Last week’s general election gave the country its first all-Conservative government for 18 years, so what can we expect?
The consensus of opinion at the BDA Conference was, as far as dentistry is concerned, not a lot.
There is some validity in this view as the minister responsible for dentistry (Lord Howe) was a conservative, as was the Health Secretary (Jeremy Hunt) and NHS minister (Dr Poulter).
Even if there are new ministers, they may well follow the line taken by their (Conservative) predecessors.
No mention was made of dentistry in any of the party manifestos, so there appears to be little interest in reform, other than that which is under way.
But this may not be the whole picture and change could well be on the way, I believe.
First how secure is Cameron?
Much was made of his slim majority of eight, but in reality he has nearly 100 more MPs than Labour and even if you add in the Scots and Lib Dems, he still has a working majority of 30 or 40.
The only thing Mr Cameron has to fear over the next five years is a back-bench revolt, so he will be paying close attention to what they think.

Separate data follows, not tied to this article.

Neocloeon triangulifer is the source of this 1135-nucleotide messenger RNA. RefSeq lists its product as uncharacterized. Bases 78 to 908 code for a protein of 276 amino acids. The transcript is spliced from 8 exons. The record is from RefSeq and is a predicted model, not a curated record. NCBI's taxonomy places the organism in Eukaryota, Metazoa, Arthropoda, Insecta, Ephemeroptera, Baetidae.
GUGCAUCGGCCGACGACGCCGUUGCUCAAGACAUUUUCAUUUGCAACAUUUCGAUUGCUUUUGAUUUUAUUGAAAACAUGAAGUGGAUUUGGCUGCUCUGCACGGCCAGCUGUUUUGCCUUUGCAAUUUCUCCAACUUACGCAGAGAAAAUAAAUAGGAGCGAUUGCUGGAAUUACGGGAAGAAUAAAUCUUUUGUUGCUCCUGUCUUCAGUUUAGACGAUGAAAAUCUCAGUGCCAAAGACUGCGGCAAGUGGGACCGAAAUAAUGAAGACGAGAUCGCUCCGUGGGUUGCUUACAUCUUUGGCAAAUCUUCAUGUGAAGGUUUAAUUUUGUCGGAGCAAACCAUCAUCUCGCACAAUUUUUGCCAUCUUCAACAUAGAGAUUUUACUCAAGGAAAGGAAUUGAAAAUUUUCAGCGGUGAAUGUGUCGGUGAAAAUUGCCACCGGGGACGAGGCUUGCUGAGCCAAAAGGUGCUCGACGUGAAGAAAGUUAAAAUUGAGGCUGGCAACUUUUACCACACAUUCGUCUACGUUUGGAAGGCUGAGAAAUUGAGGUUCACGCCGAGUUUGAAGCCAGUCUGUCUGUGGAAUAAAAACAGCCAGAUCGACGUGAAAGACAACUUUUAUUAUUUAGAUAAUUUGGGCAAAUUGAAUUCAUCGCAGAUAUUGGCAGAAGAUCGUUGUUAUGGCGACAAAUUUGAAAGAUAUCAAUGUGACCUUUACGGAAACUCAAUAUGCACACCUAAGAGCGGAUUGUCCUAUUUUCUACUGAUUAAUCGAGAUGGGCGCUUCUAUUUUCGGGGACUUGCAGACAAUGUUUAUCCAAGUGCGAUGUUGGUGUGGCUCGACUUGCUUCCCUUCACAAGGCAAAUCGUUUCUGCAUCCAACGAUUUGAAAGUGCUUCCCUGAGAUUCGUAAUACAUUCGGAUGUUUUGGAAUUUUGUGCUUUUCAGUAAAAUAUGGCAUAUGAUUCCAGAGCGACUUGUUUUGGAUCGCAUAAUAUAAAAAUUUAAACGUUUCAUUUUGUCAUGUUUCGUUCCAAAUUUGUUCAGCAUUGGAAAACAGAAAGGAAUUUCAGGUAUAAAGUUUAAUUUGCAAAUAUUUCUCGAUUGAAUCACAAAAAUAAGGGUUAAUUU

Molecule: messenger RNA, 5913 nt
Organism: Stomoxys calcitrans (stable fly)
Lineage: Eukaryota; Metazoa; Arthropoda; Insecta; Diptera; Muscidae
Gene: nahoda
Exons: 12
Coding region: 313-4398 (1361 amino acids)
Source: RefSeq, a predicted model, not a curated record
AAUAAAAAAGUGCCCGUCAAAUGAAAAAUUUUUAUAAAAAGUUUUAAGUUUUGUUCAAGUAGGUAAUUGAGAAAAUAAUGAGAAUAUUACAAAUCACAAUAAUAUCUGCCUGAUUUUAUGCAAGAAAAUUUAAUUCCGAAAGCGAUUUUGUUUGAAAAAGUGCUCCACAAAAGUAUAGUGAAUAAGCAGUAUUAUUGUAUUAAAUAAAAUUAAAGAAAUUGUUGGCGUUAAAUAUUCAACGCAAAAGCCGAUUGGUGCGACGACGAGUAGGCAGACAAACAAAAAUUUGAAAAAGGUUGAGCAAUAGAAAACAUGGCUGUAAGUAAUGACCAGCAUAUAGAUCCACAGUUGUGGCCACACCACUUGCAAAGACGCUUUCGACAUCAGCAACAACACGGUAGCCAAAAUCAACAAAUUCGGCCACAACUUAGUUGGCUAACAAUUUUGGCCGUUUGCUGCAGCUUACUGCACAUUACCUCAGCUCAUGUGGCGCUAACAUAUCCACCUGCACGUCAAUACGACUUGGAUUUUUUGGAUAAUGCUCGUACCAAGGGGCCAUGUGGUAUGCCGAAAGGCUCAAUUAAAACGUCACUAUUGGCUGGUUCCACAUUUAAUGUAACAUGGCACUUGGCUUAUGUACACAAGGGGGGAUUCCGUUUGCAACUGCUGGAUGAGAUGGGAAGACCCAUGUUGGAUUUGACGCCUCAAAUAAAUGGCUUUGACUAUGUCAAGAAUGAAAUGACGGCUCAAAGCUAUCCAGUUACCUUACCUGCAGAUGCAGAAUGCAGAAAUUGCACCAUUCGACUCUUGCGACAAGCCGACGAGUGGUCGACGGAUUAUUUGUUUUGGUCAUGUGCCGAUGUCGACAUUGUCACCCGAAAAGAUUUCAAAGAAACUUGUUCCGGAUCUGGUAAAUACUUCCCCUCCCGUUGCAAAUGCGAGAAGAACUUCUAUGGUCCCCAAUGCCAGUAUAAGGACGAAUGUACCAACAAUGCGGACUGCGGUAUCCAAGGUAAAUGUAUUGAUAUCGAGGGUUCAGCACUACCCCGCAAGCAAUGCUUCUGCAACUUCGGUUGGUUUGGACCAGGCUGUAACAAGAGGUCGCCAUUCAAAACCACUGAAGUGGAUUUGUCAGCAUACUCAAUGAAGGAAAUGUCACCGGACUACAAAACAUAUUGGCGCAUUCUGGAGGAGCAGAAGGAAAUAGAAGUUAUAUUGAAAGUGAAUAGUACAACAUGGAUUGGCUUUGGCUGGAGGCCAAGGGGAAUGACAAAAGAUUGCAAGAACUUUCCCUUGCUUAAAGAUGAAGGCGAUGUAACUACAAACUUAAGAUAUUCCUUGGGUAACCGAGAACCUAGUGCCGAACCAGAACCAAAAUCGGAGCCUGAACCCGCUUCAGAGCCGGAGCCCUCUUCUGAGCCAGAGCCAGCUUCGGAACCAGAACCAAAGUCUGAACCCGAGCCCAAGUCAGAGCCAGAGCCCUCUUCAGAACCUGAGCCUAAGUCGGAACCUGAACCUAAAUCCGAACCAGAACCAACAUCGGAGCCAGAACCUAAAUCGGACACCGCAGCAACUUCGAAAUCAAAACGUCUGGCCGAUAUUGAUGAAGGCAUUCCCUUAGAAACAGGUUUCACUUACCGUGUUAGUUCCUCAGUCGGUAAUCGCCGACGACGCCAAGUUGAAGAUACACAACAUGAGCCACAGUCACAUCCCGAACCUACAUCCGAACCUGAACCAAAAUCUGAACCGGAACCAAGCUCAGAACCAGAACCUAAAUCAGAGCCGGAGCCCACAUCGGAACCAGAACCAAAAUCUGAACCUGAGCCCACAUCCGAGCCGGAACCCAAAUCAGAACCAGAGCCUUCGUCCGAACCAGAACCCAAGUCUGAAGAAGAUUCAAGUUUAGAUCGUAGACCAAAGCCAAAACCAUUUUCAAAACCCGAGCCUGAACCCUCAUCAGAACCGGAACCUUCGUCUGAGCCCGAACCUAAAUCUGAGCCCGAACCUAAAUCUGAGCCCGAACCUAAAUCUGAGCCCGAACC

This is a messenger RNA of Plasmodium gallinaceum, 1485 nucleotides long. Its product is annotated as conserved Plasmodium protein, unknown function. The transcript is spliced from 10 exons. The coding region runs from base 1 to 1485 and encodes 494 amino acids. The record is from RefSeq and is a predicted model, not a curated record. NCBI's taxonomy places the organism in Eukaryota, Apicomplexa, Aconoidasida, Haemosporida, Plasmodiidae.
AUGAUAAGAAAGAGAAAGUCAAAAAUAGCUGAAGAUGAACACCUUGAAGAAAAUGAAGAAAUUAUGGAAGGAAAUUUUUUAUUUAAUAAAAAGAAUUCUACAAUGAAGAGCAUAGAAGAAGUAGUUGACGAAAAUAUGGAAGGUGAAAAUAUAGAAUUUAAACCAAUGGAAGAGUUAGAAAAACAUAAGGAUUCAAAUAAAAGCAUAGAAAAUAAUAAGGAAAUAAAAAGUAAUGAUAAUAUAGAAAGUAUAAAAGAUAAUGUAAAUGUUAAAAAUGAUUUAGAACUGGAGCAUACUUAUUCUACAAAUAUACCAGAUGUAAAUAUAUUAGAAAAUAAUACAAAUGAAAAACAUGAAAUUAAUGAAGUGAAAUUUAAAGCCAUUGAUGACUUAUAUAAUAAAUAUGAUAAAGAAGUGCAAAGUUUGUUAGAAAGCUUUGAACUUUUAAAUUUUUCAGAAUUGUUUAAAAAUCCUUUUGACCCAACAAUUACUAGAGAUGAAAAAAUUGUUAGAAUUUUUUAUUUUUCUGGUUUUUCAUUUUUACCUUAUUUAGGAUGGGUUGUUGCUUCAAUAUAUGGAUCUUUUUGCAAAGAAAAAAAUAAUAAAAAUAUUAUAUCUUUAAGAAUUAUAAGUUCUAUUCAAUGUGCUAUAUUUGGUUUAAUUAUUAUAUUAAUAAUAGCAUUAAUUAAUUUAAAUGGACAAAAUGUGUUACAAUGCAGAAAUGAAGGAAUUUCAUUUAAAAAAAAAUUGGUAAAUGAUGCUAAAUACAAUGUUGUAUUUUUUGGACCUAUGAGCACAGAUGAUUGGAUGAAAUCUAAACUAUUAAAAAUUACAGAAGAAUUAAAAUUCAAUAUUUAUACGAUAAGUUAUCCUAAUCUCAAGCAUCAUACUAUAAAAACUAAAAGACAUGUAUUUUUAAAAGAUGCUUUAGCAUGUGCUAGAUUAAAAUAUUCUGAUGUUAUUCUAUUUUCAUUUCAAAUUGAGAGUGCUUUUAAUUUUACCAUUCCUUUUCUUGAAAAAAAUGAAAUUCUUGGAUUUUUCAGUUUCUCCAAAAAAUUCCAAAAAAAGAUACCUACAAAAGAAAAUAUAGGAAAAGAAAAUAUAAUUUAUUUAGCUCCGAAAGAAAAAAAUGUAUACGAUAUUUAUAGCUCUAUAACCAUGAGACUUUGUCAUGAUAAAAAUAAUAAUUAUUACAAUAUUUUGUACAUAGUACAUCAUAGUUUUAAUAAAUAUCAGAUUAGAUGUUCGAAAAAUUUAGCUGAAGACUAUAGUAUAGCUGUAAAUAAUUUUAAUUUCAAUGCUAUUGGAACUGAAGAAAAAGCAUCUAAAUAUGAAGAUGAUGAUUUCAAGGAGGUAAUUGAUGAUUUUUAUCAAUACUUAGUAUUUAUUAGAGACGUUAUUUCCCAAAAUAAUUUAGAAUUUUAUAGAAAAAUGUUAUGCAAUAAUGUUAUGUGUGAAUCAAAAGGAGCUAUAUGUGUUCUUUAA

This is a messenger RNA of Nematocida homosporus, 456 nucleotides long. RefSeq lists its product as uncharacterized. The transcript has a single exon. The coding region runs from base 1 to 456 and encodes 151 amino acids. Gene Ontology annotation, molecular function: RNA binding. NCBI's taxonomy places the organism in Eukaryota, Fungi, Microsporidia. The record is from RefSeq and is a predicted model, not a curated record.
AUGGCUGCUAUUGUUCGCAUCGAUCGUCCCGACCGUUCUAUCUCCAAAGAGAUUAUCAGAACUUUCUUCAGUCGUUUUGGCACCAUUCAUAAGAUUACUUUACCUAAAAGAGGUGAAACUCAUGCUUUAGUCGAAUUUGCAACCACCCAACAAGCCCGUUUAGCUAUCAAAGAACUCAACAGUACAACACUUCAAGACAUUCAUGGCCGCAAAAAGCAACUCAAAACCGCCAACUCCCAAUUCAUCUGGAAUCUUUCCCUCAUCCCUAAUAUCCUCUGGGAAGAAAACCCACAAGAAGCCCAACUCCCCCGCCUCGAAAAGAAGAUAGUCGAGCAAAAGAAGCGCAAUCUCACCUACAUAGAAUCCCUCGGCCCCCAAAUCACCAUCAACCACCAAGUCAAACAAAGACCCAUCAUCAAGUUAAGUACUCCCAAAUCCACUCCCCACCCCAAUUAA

In the last Parliament the back-bench Health Committee started to look at dentists and dentistry and did not like what they saw (inquiries into child oral health and the General Dental Council).
Following Tony Blair’s admission in his memoirs that he regretted not being more radical earlier, the accepted wisdom is that if you are going to make changes the sooner you do it the better.
So where might change occur in dentistry?
The GDC is obviously ripe for reform and there is already a draft bill in existence, drawn up by the Law Commission, to bring all regulators under the same legislation.
Reform of the NHS dental contract is painfully slow with changes not to be rolled out until 2018/19.
Can we expect a bold Government to move on this?
But the question the whole of the NHS needs an answer on is funding.
Will the Government keep to promises made at the election, to give NHS England the funds it needs?
With a new CDO England to take post in the summer, rapid change could still be in the air.